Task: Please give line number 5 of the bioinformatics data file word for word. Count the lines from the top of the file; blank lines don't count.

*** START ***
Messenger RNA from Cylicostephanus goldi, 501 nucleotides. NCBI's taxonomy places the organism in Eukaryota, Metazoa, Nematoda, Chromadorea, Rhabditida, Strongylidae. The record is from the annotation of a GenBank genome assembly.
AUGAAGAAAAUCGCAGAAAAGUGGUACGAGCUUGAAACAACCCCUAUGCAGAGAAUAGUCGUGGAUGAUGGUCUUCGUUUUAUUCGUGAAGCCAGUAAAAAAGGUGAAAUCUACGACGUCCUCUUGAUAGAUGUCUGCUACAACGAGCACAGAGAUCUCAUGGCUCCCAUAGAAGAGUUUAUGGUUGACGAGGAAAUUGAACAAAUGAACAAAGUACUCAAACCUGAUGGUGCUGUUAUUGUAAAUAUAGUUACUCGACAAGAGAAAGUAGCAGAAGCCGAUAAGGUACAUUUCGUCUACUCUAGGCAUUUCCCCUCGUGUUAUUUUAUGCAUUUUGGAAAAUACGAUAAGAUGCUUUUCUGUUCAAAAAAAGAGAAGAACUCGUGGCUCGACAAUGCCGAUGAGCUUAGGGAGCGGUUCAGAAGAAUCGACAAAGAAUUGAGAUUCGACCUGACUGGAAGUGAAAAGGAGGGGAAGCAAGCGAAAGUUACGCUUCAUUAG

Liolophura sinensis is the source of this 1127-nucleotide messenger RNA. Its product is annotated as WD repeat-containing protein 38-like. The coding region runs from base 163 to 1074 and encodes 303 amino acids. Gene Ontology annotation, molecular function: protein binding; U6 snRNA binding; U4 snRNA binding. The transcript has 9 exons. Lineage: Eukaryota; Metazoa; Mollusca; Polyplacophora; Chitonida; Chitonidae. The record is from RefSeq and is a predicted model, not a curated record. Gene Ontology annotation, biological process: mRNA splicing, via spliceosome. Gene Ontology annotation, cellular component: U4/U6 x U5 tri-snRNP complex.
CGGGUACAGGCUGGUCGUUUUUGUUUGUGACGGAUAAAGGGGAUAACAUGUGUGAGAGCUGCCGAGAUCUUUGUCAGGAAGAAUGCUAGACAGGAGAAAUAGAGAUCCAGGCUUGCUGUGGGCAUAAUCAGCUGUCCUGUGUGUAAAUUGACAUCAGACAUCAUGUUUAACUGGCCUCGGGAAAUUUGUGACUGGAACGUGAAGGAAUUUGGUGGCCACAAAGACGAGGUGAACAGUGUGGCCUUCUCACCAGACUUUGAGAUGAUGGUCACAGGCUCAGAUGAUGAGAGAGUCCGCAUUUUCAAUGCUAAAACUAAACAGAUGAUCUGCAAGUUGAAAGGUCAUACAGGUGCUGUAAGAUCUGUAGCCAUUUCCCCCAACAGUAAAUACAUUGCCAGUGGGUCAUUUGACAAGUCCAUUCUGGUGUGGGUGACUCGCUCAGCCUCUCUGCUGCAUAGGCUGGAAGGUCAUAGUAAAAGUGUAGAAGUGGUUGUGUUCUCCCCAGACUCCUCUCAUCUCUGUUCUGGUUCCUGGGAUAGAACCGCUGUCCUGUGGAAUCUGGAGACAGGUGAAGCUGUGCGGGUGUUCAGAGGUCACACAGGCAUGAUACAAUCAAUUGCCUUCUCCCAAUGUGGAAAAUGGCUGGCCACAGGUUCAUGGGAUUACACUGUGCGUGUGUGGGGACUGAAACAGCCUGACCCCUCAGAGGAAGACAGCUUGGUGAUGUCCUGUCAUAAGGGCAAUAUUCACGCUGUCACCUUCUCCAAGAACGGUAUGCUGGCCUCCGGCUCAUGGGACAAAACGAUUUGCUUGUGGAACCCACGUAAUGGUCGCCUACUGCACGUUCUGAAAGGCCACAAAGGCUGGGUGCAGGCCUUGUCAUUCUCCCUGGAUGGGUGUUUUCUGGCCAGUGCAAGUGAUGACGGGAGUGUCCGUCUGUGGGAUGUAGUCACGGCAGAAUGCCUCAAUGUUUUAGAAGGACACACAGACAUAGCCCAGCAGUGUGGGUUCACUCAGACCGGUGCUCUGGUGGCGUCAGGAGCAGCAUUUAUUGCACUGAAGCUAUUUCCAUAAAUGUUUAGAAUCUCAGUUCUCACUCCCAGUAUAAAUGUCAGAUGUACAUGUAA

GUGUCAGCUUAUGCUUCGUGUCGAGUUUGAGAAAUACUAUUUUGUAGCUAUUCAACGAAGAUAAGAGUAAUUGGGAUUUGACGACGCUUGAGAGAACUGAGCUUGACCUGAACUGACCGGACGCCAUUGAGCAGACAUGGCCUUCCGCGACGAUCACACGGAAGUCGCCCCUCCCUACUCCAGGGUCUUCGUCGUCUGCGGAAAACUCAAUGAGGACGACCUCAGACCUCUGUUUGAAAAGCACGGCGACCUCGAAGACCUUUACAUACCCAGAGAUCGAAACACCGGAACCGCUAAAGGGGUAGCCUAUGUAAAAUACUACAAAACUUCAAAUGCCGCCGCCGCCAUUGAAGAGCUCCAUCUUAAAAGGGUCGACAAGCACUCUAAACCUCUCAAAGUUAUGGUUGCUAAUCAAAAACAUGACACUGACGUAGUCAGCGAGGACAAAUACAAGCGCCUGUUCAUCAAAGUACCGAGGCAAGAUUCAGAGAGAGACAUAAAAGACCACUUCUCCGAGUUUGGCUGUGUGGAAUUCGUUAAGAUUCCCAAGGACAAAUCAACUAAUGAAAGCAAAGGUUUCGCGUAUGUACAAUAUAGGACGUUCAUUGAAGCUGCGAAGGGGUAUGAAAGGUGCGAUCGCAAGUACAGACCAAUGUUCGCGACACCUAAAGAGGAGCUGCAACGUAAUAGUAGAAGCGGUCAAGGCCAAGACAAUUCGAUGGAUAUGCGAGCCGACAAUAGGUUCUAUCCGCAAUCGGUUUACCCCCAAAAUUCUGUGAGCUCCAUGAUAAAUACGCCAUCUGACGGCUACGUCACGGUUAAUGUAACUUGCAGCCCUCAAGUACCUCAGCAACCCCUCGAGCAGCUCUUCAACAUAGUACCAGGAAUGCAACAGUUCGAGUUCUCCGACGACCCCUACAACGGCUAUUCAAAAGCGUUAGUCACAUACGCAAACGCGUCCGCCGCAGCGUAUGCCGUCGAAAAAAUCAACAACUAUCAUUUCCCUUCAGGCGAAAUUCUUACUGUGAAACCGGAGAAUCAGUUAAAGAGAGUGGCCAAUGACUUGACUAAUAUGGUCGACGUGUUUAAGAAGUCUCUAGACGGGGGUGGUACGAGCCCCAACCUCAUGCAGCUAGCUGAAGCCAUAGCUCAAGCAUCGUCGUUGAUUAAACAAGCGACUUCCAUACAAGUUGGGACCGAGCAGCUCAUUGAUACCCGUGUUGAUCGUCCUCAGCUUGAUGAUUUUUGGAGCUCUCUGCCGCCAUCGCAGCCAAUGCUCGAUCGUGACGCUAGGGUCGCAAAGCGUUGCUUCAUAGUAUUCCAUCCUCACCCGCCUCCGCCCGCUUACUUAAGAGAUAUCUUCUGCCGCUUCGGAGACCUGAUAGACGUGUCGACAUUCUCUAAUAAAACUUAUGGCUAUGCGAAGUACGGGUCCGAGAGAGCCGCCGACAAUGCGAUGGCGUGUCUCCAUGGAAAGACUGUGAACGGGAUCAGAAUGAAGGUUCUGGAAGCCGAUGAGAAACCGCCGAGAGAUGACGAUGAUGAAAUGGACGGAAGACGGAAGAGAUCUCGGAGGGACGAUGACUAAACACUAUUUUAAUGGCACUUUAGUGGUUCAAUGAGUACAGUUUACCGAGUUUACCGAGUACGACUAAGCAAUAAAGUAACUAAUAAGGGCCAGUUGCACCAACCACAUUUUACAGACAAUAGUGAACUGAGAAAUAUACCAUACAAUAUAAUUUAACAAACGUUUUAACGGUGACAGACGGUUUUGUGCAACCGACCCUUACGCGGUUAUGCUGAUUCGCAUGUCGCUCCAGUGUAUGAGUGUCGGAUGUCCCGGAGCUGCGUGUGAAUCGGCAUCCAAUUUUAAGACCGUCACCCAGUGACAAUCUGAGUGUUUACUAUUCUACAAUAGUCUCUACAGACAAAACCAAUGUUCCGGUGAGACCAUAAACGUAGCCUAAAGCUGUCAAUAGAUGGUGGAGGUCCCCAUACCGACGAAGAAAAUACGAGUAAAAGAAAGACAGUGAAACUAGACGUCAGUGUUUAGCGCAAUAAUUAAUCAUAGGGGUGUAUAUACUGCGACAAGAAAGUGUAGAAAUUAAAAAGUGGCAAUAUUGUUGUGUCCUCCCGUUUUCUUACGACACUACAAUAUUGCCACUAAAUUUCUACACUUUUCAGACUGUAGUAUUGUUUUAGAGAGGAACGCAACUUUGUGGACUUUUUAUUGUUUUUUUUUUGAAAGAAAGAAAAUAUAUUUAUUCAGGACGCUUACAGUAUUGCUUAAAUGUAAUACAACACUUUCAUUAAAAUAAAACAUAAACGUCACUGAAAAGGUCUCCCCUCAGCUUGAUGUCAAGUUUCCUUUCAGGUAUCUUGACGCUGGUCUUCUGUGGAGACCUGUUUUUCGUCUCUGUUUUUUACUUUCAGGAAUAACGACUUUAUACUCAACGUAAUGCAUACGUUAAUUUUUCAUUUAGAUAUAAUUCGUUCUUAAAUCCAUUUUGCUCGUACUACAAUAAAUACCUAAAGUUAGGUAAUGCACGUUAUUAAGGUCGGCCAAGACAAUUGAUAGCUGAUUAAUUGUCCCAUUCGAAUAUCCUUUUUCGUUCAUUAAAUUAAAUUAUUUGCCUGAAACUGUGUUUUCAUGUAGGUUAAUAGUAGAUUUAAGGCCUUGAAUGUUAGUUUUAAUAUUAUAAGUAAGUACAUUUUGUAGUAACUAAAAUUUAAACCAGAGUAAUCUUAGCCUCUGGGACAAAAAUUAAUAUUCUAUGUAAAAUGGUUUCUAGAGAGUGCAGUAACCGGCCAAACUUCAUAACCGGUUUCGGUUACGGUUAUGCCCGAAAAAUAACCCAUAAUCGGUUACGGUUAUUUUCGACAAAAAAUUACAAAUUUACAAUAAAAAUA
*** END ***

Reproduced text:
GUGUCAGCUUAUGCUUCGUGUCGAGUUUGAGAAAUACUAUUUUGUAGCUAUUCAACGAAGAUAAGAGUAAUUGGGAUUUGACGACGCUUGAGAGAACUGAGCUUGACCUGAACUGACCGGACGCCAUUGAGCAGACAUGGCCUUCCGCGACGAUCACACGGAAGUCGCCCCUCCCUACUCCAGGGUCUUCGUCGUCUGCGGAAAACUCAAUGAGGACGACCUCAGACCUCUGUUUGAAAAGCACGGCGACCUCGAAGACCUUUACAUACCCAGAGAUCGAAACACCGGAACCGCUAAAGGGGUAGCCUAUGUAAAAUACUACAAAACUUCAAAUGCCGCCGCCGCCAUUGAAGAGCUCCAUCUUAAAAGGGUCGACAAGCACUCUAAACCUCUCAAAGUUAUGGUUGCUAAUCAAAAACAUGACACUGACGUAGUCAGCGAGGACAAAUACAAGCGCCUGUUCAUCAAAGUACCGAGGCAAGAUUCAGAGAGAGACAUAAAAGACCACUUCUCCGAGUUUGGCUGUGUGGAAUUCGUUAAGAUUCCCAAGGACAAAUCAACUAAUGAAAGCAAAGGUUUCGCGUAUGUACAAUAUAGGACGUUCAUUGAAGCUGCGAAGGGGUAUGAAAGGUGCGAUCGCAAGUACAGACCAAUGUUCGCGACACCUAAAGAGGAGCUGCAACGUAAUAGUAGAAGCGGUCAAGGCCAAGACAAUUCGAUGGAUAUGCGAGCCGACAAUAGGUUCUAUCCGCAAUCGGUUUACCCCCAAAAUUCUGUGAGCUCCAUGAUAAAUACGCCAUCUGACGGCUACGUCACGGUUAAUGUAACUUGCAGCCCUCAAGUACCUCAGCAACCCCUCGAGCAGCUCUUCAACAUAGUACCAGGAAUGCAACAGUUCGAGUUCUCCGACGACCCCUACAACGGCUAUUCAAAAGCGUUAGUCACAUACGCAAACGCGUCCGCCGCAGCGUAUGCCGUCGAAAAAAUCAACAACUAUCAUUUCCCUUCAGGCGAAAUUCUUACUGUGAAACCGGAGAAUCAGUUAAAGAGAGUGGCCAAUGACUUGACUAAUAUGGUCGACGUGUUUAAGAAGUCUCUAGACGGGGGUGGUACGAGCCCCAACCUCAUGCAGCUAGCUGAAGCCAUAGCUCAAGCAUCGUCGUUGAUUAAACAAGCGACUUCCAUACAAGUUGGGACCGAGCAGCUCAUUGAUACCCGUGUUGAUCGUCCUCAGCUUGAUGAUUUUUGGAGCUCUCUGCCGCCAUCGCAGCCAAUGCUCGAUCGUGACGCUAGGGUCGCAAAGCGUUGCUUCAUAGUAUUCCAUCCUCACCCGCCUCCGCCCGCUUACUUAAGAGAUAUCUUCUGCCGCUUCGGAGACCUGAUAGACGUGUCGACAUUCUCUAAUAAAACUUAUGGCUAUGCGAAGUACGGGUCCGAGAGAGCCGCCGACAAUGCGAUGGCGUGUCUCCAUGGAAAGACUGUGAACGGGAUCAGAAUGAAGGUUCUGGAAGCCGAUGAGAAACCGCCGAGAGAUGACGAUGAUGAAAUGGACGGAAGACGGAAGAGAUCUCGGAGGGACGAUGACUAAACACUAUUUUAAUGGCACUUUAGUGGUUCAAUGAGUACAGUUUACCGAGUUUACCGAGUACGACUAAGCAAUAAAGUAACUAAUAAGGGCCAGUUGCACCAACCACAUUUUACAGACAAUAGUGAACUGAGAAAUAUACCAUACAAUAUAAUUUAACAAACGUUUUAACGGUGACAGACGGUUUUGUGCAACCGACCCUUACGCGGUUAUGCUGAUUCGCAUGUCGCUCCAGUGUAUGAGUGUCGGAUGUCCCGGAGCUGCGUGUGAAUCGGCAUCCAAUUUUAAGACCGUCACCCAGUGACAAUCUGAGUGUUUACUAUUCUACAAUAGUCUCUACAGACAAAACCAAUGUUCCGGUGAGACCAUAAACGUAGCCUAAAGCUGUCAAUAGAUGGUGGAGGUCCCCAUACCGACGAAGAAAAUACGAGUAAAAGAAAGACAGUGAAACUAGACGUCAGUGUUUAGCGCAAUAAUUAAUCAUAGGGGUGUAUAUACUGCGACAAGAAAGUGUAGAAAUUAAAAAGUGGCAAUAUUGUUGUGUCCUCCCGUUUUCUUACGACACUACAAUAUUGCCACUAAAUUUCUACACUUUUCAGACUGUAGUAUUGUUUUAGAGAGGAACGCAACUUUGUGGACUUUUUAUUGUUUUUUUUUUGAAAGAAAGAAAAUAUAUUUAUUCAGGACGCUUACAGUAUUGCUUAAAUGUAAUACAACACUUUCAUUAAAAUAAAACAUAAACGUCACUGAAAAGGUCUCCCCUCAGCUUGAUGUCAAGUUUCCUUUCAGGUAUCUUGACGCUGGUCUUCUGUGGAGACCUGUUUUUCGUCUCUGUUUUUUACUUUCAGGAAUAACGACUUUAUACUCAACGUAAUGCAUACGUUAAUUUUUCAUUUAGAUAUAAUUCGUUCUUAAAUCCAUUUUGCUCGUACUACAAUAAAUACCUAAAGUUAGGUAAUGCACGUUAUUAAGGUCGGCCAAGACAAUUGAUAGCUGAUUAAUUGUCCCAUUCGAAUAUCCUUUUUCGUUCAUUAAAUUAAAUUAUUUGCCUGAAACUGUGUUUUCAUGUAGGUUAAUAGUAGAUUUAAGGCCUUGAAUGUUAGUUUUAAUAUUAUAAGUAAGUACAUUUUGUAGUAACUAAAAUUUAAACCAGAGUAAUCUUAGCCUCUGGGACAAAAAUUAAUAUUCUAUGUAAAAUGGUUUCUAGAGAGUGCAGUAACCGGCCAAACUUCAUAACCGGUUUCGGUUACGGUUAUGCCCGAAAAAUAACCCAUAAUCGGUUACGGUUAUUUUCGACAAAAAAUUACAAAUUUACAAUAAAAAUA